BFL’s Freedom House DV Shelter For People With Disabilities: Talking to Children about Domestic Violence
Studies reveal that 80 to 90% of children who live in violent homes are keenly aware of the violence. (“Effects of Domestic Violence on Children,” Mediation Quarterly)* The fact is, children often come to programs like Barrier Free Living’s Freedom House Emergency Shelter and understand more than we may think. The key is finding and developing safe ways for the children to speak about, and heal after experiencing the violence.
Children’s exposure to violence can occur in various ways.
Some children experience the violence by Hearing an incident. For example, the child is in her bedroom and can hear the yelling. Other children Witness the violence by staring at their parents as they physically fight. A number of children may try to Intervene or actually be part of the violence. An example may be a child trying to push the father away from the mother and the child gets hit. Lastly, a child may experience the aftermath of a violent incident. This may involve seeing their mother with a black eye.
To complicate the issue when working with children, domestic violence is often a “family secret.” A social worker may face challenges initially when attempting to address the violence in the home.
It is important to keep in mind that children react differently when asked to talk about the violence. Some children may get angry, try and change the subject, walk away, or listen quietly. Others may be ready to talk about the violence witnessed openly.
Following are tips on how to begin a conversation about domestic violence.
If possible, involve the non-abusive parent in the conversation to give the child “permission” to speak about the violence. Recognize that talking about the violence is difficult or scary. Assure the child that they did nothing wrong. Some children blame themselves for the violence. You can point out that the person who acted violently is responsible for their behavior.
For younger children, going into details may be very confusing. Simplify the situation: “Mommy and daddy had a fight” OR “Mommy has taken you to a safe place where there will be no more fighting.”
For older children/adolescents, be prepared to answer more specific questions about the abuse/abuser. In your conversation, try not to put down the abuser as this is usually a very emotionally confusing time. Do not make any promises that are not realistic. For example, promising that parents will get back together.
One crucial point: if the child is still living in the abusive household develop a safety plan. This will help the child be safe, know where and how to get help. You can find an example of a safety plan at: http://www.acadv.org/childplan.html
Resources for additional support
If your child is school age, you can reach out to the school guidance counselor for assistance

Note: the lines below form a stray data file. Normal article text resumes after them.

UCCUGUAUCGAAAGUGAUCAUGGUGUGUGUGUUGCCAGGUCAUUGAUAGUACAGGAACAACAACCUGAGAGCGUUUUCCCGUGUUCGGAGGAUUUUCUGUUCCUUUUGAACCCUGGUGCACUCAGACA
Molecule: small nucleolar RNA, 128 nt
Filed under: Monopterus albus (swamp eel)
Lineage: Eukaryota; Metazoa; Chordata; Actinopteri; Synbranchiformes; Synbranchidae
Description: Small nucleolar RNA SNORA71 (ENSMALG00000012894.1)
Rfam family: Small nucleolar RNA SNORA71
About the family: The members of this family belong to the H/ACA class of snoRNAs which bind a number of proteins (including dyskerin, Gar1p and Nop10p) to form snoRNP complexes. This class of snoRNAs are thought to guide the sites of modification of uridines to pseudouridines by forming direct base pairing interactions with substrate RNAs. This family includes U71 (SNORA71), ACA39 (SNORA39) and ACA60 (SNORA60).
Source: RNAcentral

Local mental health clinic for counseling: Life Net 1-800-LIFENET
Non-residential domestic violence counseling: New York City Domestic Violence Resource Directory http://www.nyc.gov/html/ocdv/downloads/pdf/ResourceDirectory_2008.pdf
Domestic Violence Shelter: Safe Horizon 1-800-621-HOPE
National Parent Helpline 1-855-4A PARENT (1-855-427-2736) Monday-Friday, 10 am -7 PM Pacific Standard Time http://www.nationalparenthelpline.org/
Ms. B came into Freedom House with her two children, Christine, 5 years old and Jonathon, 12 years old.
During intake, Ms. B requested that I assist her in talking to her children about why they moved to a domestic violence shelter.
I first met with Ms. B and Christine and began by getting permission from Ms. B to talk about the violence. Once Ms. B told Christine it was okay to talk about the violence Christine spoke about seeing her dad hit her mom.
I explained that they came to Freedom House so she doesn’t have to see this happen again. Christine was very excited to know this.
I then met with Jonathon. Again, Ms. B gave permission to talk about the violence.
Jonathon said he saw his parents fight all the time and on several occasions actually had to pull his dad off of his mom. Jonathon said he understood what his dad did was wrong. However, dad was good to him and he expressed the fact that he missed his father. We discussed these mixed feelings about the situation. Over time Jonathon began to understand that it is okay to love his father but also that dad hurt his mother very badly. Jonathon also learned that what he witnessed was an unhealthy relationship and was learning about healthy relationships.
Throughout their stay at Freedom House both Christine and Jonathon received individual counseling to talk about their experiences witnessing domestic violence. The family participated in individual and group counseling to understand their own experiences related to the violence in the home. They were able to begin the healing process and adjusted to their new lives violence free.
*“The Effects of DV on Children” http://www.acadv.org/children.html#statistics.